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Dr Shikha Minhas – Care and Compassion Defines Her Work

October 3, 2019

As a palliative care physician, Dr Shikha Minhas can’t offer her dying patients miracle cures. But she can give them comfort as they pass.

With her medical expertise and compassionate manner, she has cared for hundreds of patients at Surrey Memorial Hospital during their journey at the end of their lives. Her role is to manage their symptoms and ease their suffering. Her work is complex and her colleagues say that she truly demonstrates the art of medicine.

Dr Minhas explains “there’s such complexity in a patient’s medical care, which is the interesting part and keeps the mind buzzing – this is what I went into medicine for. There’s also such an amazing blending of the psychological, spiritual and emotional dimensions of health in this work.”

Her journey began with training in family practice, where the importance of palliative care soon became very clear. “When you hit the wards and you’re on your own having discussions with families, you realize fairly quickly that you’re not really prepared and you don’t know how to lead these difficult conversations, which are really important for patients and families to make decisions.” Dr Minhas’ commitment to person-centred care shines through in her hours-long conversations with patients and families about their wishes at the end of life.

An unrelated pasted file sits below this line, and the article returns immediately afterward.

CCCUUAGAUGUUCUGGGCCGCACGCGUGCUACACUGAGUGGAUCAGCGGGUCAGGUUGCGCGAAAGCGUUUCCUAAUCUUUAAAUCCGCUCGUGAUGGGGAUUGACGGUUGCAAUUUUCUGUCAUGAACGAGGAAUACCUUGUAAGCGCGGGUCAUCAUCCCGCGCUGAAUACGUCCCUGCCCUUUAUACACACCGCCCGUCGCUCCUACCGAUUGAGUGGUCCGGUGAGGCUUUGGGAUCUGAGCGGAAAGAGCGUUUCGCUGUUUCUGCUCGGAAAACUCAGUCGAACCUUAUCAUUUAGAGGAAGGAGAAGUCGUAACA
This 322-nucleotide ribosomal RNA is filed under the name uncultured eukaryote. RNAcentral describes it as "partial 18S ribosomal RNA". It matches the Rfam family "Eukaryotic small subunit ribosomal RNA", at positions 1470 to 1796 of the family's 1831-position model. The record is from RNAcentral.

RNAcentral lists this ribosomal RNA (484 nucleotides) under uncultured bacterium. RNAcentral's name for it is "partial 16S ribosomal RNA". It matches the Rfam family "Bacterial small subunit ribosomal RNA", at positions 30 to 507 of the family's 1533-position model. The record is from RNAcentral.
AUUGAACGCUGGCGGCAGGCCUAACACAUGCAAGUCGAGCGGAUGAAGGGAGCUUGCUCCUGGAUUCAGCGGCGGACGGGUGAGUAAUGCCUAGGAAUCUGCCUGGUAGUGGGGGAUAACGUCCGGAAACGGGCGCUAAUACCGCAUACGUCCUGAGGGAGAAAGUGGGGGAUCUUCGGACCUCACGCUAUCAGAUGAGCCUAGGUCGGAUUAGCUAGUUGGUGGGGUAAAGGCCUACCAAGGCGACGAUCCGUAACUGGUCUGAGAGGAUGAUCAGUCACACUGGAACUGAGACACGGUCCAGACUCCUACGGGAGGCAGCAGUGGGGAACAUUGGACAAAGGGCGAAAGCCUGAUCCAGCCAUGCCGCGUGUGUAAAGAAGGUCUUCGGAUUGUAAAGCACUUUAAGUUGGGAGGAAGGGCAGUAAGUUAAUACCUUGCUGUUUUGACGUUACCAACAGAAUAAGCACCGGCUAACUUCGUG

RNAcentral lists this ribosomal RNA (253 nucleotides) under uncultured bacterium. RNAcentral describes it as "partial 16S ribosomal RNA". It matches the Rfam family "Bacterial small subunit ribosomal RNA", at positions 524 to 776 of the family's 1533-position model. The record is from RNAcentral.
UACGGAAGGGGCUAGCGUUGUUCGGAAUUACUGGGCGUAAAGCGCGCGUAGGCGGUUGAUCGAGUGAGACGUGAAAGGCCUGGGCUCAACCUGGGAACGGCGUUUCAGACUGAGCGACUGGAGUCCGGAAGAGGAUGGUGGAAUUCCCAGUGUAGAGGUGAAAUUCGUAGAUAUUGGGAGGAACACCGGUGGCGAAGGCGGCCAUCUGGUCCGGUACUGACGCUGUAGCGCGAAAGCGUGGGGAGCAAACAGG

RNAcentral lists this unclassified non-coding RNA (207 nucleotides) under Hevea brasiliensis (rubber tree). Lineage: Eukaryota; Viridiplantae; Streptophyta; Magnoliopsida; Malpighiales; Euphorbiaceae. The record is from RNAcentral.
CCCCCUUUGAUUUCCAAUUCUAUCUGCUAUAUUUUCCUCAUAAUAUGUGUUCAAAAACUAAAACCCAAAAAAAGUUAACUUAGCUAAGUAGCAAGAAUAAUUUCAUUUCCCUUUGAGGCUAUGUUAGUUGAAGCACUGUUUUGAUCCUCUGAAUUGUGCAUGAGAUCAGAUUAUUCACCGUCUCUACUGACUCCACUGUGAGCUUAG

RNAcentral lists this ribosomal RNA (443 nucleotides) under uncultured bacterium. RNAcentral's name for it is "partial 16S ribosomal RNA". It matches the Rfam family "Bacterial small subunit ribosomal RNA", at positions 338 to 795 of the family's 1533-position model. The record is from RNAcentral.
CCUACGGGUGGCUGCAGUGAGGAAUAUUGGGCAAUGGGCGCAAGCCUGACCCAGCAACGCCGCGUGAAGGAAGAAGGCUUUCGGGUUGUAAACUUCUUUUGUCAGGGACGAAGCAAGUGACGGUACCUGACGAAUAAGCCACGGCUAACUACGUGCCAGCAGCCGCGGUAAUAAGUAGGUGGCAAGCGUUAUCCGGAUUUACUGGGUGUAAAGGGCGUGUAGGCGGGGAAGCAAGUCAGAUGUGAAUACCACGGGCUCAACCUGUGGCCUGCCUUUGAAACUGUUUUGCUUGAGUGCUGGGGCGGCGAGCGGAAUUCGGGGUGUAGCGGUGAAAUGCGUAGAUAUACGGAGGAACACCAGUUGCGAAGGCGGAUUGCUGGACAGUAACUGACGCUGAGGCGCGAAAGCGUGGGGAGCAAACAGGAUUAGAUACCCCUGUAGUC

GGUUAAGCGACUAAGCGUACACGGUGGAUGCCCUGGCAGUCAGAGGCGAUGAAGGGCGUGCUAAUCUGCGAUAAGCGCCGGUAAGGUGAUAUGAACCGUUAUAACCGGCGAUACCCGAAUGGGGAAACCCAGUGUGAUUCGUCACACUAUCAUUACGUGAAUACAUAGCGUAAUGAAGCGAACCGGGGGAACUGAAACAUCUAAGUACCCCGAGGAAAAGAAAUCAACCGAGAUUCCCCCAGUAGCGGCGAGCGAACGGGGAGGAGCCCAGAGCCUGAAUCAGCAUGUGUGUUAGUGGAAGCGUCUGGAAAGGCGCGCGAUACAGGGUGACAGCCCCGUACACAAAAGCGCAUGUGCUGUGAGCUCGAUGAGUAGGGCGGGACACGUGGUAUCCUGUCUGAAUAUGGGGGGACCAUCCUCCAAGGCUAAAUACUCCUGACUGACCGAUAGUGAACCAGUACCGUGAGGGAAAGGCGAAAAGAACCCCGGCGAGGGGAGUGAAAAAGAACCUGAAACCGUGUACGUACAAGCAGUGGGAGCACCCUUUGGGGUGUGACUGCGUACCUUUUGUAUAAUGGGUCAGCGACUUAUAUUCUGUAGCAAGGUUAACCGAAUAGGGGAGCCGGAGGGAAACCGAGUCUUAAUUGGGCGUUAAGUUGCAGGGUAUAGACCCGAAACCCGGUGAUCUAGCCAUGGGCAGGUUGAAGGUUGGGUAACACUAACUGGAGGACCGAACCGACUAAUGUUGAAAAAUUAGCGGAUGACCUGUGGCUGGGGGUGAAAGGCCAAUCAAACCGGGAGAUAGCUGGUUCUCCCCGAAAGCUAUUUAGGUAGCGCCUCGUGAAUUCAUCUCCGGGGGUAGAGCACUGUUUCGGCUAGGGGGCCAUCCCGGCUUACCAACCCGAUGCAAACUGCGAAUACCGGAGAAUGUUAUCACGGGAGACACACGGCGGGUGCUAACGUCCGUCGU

Now as the Section Head for Palliative Care Medicine, her leadership abilities are well used. “I call myself kind of the accidental leader because I don’t always have the intention of stepping in as a leader, but apparently the questions that I ask seems to denote I’m a leader. I’m proud of the advocacy work we’ve done, which is really the ongoing work all of our physicians at different levels.”

One of her goals is to get recognition within the medical school curriculum for appropriate palliative care training, and particularly early integration. “A lot of people have worked hard to accomplish this and I’ve been fortunate to have direct feedback into our specialty training block at UBC”.

It takes a special person to work with the dying and a lot of people marvel at what a positive person Dr Minhas, but she sees no paradox.  

“I think that’s such an assumption – that all palliative care work is depressing. This work teaches us about true human interactions, the importance and value of core teams, and the significance of having really strong relationships with the people in your lives.”

Those strong relationships include her husband and 12 year old daughter Simran. She also gains joy from travelling, music, Indian classical dance, reading, cooking and volunteering.

Dr Minhas talks often about value “I think this work helps you value the important things. We all have an interval of time – nobody knows how long that interval is. With our patients that interval has been brought into clarity. I believe we can live our lives with that same clarity. We all want to create the biggest and best impact for the people around us.”

Dr Minhas is just one of the many BC doctors who are making a difference in patients’ lives and in their journey towards the end of life. 

Doctors of BC is interested in profiling physicians you know who are making a positive difference for their patients and in their communities.  Drop us a line at with your suggestions.